US government bonds, considered a safe haven asset, are trading sideways, a sign of contradictory influences. On the one hand, a sentiment shock generates demand for safety; on the other hand, upward pressure on oil is often associated with higher yields due to its impact on inflation.

Shocks of this type are stagflationary by their very nature and will therefore be particularly difficult to manage for policymakers who have to juggle the growth and inflation they are already struggling with.

We like the dollar for its defensive characteristics against this type of shock and will keep corporate and duration risk low until we see evidence that this episode of deteriorating sentiment and upward rate appreciation has come to an end.

François Rimeu, senior estrategist at La Française AM

How the Israeli-Palestinian conflict will develop is, as of today, extremely uncertain. We do not pretend to know the outcome, but we have identified a number of potential consequences that we will briefly analyze below:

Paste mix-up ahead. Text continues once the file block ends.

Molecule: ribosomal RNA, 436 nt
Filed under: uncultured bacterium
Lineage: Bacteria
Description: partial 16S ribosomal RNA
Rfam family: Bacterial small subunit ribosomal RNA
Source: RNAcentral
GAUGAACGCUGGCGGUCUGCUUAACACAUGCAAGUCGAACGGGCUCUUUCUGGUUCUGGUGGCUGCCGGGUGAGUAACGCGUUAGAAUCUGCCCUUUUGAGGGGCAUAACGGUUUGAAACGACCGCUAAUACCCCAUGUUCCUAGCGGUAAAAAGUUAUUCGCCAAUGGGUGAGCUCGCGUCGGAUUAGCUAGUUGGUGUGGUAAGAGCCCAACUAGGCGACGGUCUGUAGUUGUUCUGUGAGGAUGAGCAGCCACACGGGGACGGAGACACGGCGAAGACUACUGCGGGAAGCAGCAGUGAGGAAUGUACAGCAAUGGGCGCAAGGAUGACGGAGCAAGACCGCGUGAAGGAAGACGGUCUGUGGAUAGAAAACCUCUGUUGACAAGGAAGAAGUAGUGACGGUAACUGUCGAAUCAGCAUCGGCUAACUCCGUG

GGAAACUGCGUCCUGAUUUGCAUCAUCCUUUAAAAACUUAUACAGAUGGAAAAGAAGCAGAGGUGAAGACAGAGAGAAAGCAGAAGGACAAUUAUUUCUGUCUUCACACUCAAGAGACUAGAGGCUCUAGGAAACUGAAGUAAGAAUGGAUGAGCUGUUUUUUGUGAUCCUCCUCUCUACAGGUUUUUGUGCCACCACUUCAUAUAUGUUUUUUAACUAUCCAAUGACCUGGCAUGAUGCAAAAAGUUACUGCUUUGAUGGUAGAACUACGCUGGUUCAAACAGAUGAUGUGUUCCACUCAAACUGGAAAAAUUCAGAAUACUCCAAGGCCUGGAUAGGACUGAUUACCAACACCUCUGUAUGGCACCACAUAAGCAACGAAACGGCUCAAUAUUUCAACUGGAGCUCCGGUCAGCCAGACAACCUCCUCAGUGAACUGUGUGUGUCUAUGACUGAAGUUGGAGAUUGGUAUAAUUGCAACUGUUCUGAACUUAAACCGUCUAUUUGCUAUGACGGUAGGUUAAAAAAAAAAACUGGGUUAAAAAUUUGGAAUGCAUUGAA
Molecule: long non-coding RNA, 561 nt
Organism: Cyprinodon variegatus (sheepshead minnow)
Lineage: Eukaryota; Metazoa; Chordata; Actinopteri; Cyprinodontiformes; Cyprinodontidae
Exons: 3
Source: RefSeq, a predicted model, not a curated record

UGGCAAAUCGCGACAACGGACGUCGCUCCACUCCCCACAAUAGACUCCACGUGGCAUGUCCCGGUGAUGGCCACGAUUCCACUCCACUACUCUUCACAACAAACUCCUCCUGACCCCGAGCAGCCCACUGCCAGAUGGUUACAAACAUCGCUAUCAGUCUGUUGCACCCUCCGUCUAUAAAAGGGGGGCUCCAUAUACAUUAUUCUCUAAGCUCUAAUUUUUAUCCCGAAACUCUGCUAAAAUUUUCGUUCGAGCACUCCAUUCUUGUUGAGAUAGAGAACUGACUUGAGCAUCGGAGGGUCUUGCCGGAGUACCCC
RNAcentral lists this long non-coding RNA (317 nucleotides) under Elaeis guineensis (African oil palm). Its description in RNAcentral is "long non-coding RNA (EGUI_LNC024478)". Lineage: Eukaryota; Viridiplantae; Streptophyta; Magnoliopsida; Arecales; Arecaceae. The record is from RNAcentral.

The situation is complicated and arises in a world already plagued by numerous imbalances: climatic, migratory, diplomatic between China and the United States, linked to the conflict between Russia and Ukraine, among others. All these imbalances are likely to make financial markets more volatile in the coming months.

The conflict is unlikely to have a direct impact on oil production, but could have an indirect impact: Hopes that relations between Israel and Saudi Arabia would normalize in the short term have probably disappeared. The US has been working on this for months, which could have led to an increase in oil production by Saudi Arabia early next year. This is unlikely to happen.
The US has reduced the level of sanctions on Iran over the past year, which has led to an increase in Iranian oil production. This increase is estimated at 700,000 barrels/day (source: Bloomberg). Given the links between Iran and Hamas, it is possible that US sanctions could resume, leading to a decline in Tehran's oil exports.

Discussions between US Republicans and Democrats over support for Ukraine have been difficult in recent months and are likely to become even more complicated if the US administration has to 'arbitrate' between support for Israel and Ukraine.